ANKARA, Turkey — Turkish armored vehicle-maker BMC has reached an agreement with two South Korean companies for work on the power pack of the future indigenous Altay tank, a senior official with BMC told Defense News.
The source, speaking on condition of anonymity, said the company signed deals with Doosan and S&T Dynamics to supply the engine and transmission mechanism for the Altay.
“These [deals] are the result of a strategic understanding between our companies and countries,” the official said.
A senior defense procurement official in Ankara confirmed “there was a breakthrough agreement” between BMC and South Korean defense companies. He did not elaborate on the terms.
The Altay program has faced delays due to a lack of access to significant components such as the engine, transmission and armor.
In 2019, Turkish President Recep Tayyip Erdogan’s office included the Altay tank as part of the military’s 2020 inventory in a government document. But the presidential office’s 2021 investment program did not mention the Altay, let alone the tank entering service.
Turkey had hoped to power the Altay with the German MTU engine and RENK transmission, but talks with German manufacturers in recent years failed due to a federal arms embargo on Turkey. Germany is one of a number of European governments that have limited exports to Turkey over its involvement in the Syrian civil war.
In order to bypass German export license restrictions, the South Korean companies will “de-Germanize” some German components in the power pack, sources familiar with the Altay program have said.
South Korea has experienced similar problems with its program for the mass production of the K2 Black Panther tank. Its deployment by the Army faced delays due to problems concerning the engine and transmission.
The first 100 units were built with a Doosan 1,500-horsepower engine and an S&T Dynamics automatic transmission. Under a second contract, some tanks were delivered in late 2016. But after S&T Dynamics’ transmission failed durability tests, South Korea’s Defense Acquisition Program Administration announced the second batch would have a “hybrid” power pack consisting of the locally developed engine and the German RENK transmission system.
Under the latest deals, the South Koran companies will supply the power pack and assist with its integration into the Altay. A test phase will follow, and if all goes well, the Altays may be powered by Doosan and S&T Dynamics within 18 months, the BMC official said. BMC expects to ink more definitive versions of the two deals within a couple of months.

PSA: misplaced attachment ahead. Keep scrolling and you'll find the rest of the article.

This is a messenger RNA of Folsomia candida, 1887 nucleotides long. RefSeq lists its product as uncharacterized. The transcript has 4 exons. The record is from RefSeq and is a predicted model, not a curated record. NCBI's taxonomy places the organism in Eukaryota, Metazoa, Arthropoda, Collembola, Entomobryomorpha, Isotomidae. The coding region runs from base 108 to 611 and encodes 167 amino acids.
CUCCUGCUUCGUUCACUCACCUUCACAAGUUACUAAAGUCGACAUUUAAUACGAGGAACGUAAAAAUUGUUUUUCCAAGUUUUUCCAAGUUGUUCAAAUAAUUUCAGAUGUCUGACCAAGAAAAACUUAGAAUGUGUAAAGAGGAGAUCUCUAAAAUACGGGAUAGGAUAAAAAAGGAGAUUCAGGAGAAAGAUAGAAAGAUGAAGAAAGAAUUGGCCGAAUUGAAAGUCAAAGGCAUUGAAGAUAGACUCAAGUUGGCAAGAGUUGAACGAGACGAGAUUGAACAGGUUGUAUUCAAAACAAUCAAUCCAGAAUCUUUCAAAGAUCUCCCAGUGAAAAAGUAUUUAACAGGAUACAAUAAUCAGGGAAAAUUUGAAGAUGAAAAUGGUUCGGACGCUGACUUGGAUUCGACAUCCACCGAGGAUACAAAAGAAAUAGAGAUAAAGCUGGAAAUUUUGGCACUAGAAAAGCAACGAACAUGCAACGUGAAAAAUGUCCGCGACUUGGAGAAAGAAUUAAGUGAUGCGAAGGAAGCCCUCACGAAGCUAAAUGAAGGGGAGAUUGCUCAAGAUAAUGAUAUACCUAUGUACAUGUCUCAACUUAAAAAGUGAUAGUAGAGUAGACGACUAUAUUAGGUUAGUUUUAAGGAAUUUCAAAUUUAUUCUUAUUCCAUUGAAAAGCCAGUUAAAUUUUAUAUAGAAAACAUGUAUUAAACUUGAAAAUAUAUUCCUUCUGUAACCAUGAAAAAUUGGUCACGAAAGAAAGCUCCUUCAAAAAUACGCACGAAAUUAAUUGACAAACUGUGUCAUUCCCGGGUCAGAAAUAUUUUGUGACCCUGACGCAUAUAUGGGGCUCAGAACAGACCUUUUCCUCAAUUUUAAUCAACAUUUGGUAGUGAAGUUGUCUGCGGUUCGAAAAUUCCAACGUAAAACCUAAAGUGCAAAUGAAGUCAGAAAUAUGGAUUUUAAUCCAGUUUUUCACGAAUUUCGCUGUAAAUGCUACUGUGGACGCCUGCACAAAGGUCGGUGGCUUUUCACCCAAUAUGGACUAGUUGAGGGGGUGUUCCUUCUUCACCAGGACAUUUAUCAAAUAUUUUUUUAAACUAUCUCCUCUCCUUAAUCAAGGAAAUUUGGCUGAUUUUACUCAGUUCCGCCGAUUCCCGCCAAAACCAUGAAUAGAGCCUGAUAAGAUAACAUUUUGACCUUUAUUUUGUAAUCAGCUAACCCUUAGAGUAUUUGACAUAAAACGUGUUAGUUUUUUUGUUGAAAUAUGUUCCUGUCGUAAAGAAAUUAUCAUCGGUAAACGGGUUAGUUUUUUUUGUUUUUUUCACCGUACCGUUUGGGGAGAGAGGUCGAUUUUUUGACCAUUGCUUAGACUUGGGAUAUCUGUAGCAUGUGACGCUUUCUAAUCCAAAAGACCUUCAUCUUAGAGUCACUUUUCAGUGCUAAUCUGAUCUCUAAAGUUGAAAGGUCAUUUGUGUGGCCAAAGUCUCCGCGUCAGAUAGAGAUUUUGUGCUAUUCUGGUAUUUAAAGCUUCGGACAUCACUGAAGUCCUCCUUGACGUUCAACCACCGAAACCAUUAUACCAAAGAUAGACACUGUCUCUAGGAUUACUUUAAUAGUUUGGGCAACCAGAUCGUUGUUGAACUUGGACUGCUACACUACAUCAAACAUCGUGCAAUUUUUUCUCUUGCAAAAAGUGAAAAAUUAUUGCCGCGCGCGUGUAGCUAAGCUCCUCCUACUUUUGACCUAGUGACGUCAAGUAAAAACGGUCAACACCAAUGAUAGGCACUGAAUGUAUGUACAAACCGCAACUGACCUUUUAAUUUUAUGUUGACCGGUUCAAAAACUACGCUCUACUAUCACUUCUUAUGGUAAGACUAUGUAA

The Altay program dates back to the mid-1990s, but it wasn’t until November 2018 that the Turkish government awarded the tank’s multibillion-dollar contract to BMC. In a competition, the firm defeated Otokar, which had already produced four Altay prototypes under a government contract.
The contract involves the production of an initial batch of 250 units, life-cycle logistical support, and the establishment by the contractor of a tank systems technology center and its operation. As part of the contract, BMC will design, develop and produce a tank with an unmanned fire control unit. The contract said the first Altay tank was expected to roll off the assembly line within 18 months. Opposition parties in parliament have slammed the government over delays, but procurement officials claim the 18-month clause will apply after the first unit’s production begins.
The Altay program is broken into two phases: T1 and T2. T1 covers the first 250 units, and T2 involves the advanced version of the tank. Turkey also plans to eventually produce 1,000 Altays, to be followed by an unmanned version.
The deal has proved politically controversial, particularly after the Erdogan administration leased for free a military-owned tank and turret factory by the Marmara Sea to BMC for a period of 25 years. At the time, BMC’s Turkish partner, Ethem Sancak, was a senior member of the president’s ruling Justice and Development Party. He was also known to be one of Erdogan’s closest confidants.